State Treasurer Michael L. Fitzgerald wants to remind Iowa taxpayers that there’s still time to contribute to their College Savings Iowa accounts for 2017 and claim a tax deduction by investing them in College Savings Iowa. “Iowa taxpayers may elect to contribute to their College Savings Iowa account up through the tax deadline for filing an individual Iowa state income tax return, which is April 30, 2018,” said Fitzgerald. “Iowans can open a new College Savings Iowa account, or contribute to their current accounts, and still receive the 2017 Iowa state tax deduction of up to $3,239 per beneficiary account.”
Treasurer Fitzgerald also wants to encourage Iowa tax payers to make the most of their federal and state tax refunds. “Your tax refunds provide a great opportunity to open a new College Savings Iowa account or contribute one of your already existing accounts,” added Fitzgerald. “For the 2018 tax year, Iowa taxpayers can deduct contributions up to $3,319 per beneficiary from their 2018 adjusted gross income.”*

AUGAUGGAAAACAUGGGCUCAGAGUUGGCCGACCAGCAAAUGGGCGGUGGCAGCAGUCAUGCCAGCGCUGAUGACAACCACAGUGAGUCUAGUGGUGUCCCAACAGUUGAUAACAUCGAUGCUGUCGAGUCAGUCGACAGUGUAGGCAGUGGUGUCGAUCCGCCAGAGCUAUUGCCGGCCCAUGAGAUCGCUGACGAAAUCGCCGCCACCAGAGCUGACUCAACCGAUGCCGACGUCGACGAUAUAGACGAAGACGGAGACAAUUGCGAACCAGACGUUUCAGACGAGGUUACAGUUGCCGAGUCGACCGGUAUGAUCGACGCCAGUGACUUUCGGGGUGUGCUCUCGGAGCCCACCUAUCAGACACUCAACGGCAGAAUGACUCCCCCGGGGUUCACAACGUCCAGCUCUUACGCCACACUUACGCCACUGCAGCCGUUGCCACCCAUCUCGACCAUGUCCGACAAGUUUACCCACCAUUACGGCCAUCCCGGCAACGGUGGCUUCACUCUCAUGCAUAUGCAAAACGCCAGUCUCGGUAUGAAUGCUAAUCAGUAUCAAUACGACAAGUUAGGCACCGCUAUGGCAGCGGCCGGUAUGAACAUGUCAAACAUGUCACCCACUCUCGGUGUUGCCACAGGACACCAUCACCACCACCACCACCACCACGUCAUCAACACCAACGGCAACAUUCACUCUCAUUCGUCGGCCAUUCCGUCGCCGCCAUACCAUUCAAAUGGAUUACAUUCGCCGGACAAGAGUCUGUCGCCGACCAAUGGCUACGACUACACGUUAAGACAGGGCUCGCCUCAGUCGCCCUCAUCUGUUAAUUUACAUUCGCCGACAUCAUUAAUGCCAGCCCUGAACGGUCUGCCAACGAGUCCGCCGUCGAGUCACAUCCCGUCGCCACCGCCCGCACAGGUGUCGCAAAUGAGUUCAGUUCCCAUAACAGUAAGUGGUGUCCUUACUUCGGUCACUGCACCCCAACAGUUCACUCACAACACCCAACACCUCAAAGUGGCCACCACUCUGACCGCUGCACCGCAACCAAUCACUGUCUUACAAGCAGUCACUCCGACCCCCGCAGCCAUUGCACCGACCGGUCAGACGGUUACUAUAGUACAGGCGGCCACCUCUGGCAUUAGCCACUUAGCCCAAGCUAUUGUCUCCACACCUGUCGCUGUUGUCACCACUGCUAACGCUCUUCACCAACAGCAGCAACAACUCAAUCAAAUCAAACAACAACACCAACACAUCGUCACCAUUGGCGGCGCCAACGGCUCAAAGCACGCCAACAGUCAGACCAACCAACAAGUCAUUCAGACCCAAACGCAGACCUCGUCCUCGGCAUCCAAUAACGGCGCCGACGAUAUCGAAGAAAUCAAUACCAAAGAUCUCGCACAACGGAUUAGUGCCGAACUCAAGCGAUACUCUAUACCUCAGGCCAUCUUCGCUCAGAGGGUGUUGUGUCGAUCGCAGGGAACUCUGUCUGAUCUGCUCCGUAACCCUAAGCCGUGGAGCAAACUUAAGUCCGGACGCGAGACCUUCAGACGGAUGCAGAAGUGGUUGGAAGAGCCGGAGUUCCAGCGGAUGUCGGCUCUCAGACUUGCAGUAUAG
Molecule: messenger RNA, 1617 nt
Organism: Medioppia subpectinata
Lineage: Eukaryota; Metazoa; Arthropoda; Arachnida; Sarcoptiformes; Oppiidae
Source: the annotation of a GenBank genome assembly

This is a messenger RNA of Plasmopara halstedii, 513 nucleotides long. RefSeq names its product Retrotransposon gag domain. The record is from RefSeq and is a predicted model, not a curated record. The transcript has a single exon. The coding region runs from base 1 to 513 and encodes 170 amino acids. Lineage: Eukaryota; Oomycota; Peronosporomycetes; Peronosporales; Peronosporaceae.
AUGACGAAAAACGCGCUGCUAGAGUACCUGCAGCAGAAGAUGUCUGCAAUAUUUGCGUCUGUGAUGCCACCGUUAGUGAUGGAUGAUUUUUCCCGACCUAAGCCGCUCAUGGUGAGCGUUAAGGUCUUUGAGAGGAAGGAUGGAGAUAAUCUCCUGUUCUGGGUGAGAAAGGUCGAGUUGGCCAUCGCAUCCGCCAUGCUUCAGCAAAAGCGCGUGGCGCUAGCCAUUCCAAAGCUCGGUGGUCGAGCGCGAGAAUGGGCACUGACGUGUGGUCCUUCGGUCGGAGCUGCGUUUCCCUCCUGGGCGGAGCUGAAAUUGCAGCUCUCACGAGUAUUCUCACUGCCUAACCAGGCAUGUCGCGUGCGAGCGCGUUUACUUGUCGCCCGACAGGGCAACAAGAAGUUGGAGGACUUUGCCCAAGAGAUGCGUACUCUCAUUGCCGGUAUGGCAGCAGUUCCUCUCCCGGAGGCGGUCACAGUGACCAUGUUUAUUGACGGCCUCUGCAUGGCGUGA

College Savings Iowa is designed to provide families a tax-advantaged way to save money for their children’s higher education. It only takes $25 to open an account, and anyone – parents, grandparents, friends and relatives – can invest in College Savings Iowa on behalf of a child. Earnings grow tax free and investors can withdraw their investment federally and Iowa state tax-free to pay for qualified higher education expenses including tuition, books, supplies and certain room and board costs at any eligible college, university, community college or accredited technical training school in the United States or abroad.**
Saving for a child’s education is always a smart investment, and College Savings Iowa is there to help. To learn more about College Savings Iowa or to open an account, please visit CollegeSavingsIowa.com or call 1-888-672-9116.
*Adjusted annually for inflation. If withdrawals are not qualified, the deductions must be added back to Iowa taxable income. The availability of tax or other benefits may be contingent on meeting other requirements.
**Earnings on non-qualified withdrawals may be subject to federal income tax and a 10% federal penalty tax, as well as state income taxes. The availability of tax or other benefits may be contingent on meeting other requirements.